Sunday, December 1, 2013

Is being optimistic about your marriage enough?

In past articles, I have written about the power of positive psychological traits and practices in increasing overall life satisfaction. The sum of the literature in those domains is that optimism and gratitude psychologically increase the likelihood, of behavior that is consistent with attaining your goals, such as improving your health and higher academic achievement. But, is optimism universally predictive of positive outcomes? For example, does optimism about your relationship predict future marriage satisfaction? Luckily, my good friend and colleague, Justin Lavner, is an expert in all things pertaining to intimate partnerships, and he just published a study asking exactly that question.


To answer this question, Lavner recruited 251 couples (502 spouses) when they were newlyweds. Newlyweds had to be within 6 months of their 1st marriage, have no kids, and whose wives were less than 35 years old. After consenting to participate in the study, each participating couple completed a conversation task where researchers coded negative communication such as sarcasm, criticism, avoiding responsibility, and hostility between partners. Optimism was measured by asking each participant the question, “Over the next four years, do you expect that your overall feelings about your marriage will become… 1 = much worse, 2 = a little worse, 3 = stable, 4 = a little better, 5 = much better.” In addition, each participant reported on the other stress in their lives, the use of physical aggression toward their partner, their self-esteem, and how optimistic they generally are.

These couples were followed every 6 months for the next 4 years and asked to report their marriage satisfaction. Lavner and his colleagues then identified trajectories of marriage satisfaction across time and what predicted trajectories of stable, improving, or declining marriage satisfaction.

As one would hope, newlyweds universally predicted that their relationships would remain stable or improve over time, while marital satisfaction universally declined across these 4 years. If you examine these trajectories by husbands and wives, wives who predicted improvement in relationship satisfaction experienced the greatest decline in marital satisfaction compared with those who predicted stability. A similar association was not present among husbands. This might mean that women’s optimism might represent doubts about the current status of their relationship.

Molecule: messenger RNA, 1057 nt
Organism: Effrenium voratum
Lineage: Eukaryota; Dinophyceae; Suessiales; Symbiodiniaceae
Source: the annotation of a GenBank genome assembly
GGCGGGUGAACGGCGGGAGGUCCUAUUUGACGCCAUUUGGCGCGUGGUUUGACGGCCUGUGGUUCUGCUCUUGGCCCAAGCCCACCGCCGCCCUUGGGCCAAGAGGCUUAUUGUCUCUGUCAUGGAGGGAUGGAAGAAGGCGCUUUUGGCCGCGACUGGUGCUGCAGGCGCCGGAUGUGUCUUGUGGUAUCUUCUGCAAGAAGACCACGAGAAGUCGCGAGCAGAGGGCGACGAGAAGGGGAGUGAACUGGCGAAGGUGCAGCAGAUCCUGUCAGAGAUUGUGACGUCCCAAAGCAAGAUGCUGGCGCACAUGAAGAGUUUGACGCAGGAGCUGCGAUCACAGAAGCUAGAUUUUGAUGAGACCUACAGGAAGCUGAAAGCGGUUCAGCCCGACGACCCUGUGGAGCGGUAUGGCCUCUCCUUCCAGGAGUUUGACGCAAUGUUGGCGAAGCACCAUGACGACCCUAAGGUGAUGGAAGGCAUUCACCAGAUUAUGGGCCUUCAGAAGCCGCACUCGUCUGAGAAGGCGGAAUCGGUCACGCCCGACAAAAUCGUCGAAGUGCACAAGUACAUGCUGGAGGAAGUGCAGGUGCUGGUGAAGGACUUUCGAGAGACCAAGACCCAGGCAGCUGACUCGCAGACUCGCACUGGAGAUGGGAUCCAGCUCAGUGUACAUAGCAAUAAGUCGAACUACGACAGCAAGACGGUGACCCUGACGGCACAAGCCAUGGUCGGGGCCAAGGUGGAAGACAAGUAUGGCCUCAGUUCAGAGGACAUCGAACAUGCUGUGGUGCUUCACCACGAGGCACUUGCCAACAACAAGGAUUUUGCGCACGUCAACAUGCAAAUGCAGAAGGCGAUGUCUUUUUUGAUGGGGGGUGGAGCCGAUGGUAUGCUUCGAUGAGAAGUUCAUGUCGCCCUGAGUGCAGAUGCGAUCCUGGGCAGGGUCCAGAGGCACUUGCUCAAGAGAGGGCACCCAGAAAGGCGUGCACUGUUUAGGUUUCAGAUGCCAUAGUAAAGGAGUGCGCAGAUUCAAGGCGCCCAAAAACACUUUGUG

Further evidence to this point, they also found that women who predicted that their relationship would improve over the next 4 years had somewhat lower satisfaction at the time of the initial interview than their stability predicting peers. Wives predicting improvements in their relationships also had lower self-esteem, higher use of physical aggression, and higher reported external stress than wives predicting stability. However, there was no difference in divorce rates between these couples. So, basically, wives who predicted their relationship would get “much better” were able to believe that their relationship would improve within the 1st four years of marriage despite more use of physical aggression, lower marriage satisfaction at their marriage onset, and lower self-esteem. The fact that these women experience declines in relationship satisfaction over time suggests that their ability to remain optimistic under these conditions only deteriorates.  

Most importantly, this data suggests that newlywed couples are universally optimistic despite premarital doubts about their relationship that play out in their satisfaction over the first few years of marriage.  Thinking back to what we’ve learned about optimism in the past, these findings only reinforce what I’ve said before. Optimism is a positive psychological practice as long as it facilitates behavior. Just believing things will get better is not enough. This study wasn’t designed to measure behaviors taken by these couples to improve their marriage satisfaction, and optimism about an improving relationship is only effective when it leads to behaviors that help achieve that goal. One behavior that may protect couples from rapidly declining satisfaction in their marriage is participating in some form of pre-marital counseling which may help couples to address these issues before they say their vows. This study also identified a specific subgroup of wives that may benefit from premarital counseling before marriage to address these issues. Specifically, women who find themselves resorting to physical aggression against their partners, have lower self-esteem, and have more stressors in their life.  

Interestingly, the study did not find that these risks for declining marriage satisfaction resulted in higher divorce rates. This may be a good or a bad thing, but remember they only looked at the first 4 years.

For more on research by Justin Lavner and his colleagues click here.

Lavner, JA, Karney, BR, Bradbury, TN. (2013). Newlyweds' optimistic forecasts of their marriage: for better or for worse? Journal of Family Psychology, 4, 531-540. doi: 10.1037/a0033423.


1 comment:

  1. I think this can also point to how optimism not based in reality can be futile. Meaning, the wives who were more optimistic about the future of their marriage despite the status quo of their marriage possibly being sub-par are ignoring the reality of their marriage. They are blindly being optimistic despite the evidence in their relationship pointing to possible reasons not to be. There has to be some real validity to the optimism, otherwise you are just hoping for another reality. I agree with you too, they are then hoping for some improvement without changing behaviors to make them happen. You can't just hope for things to change. Thanks for the letting us know about this interesting study!

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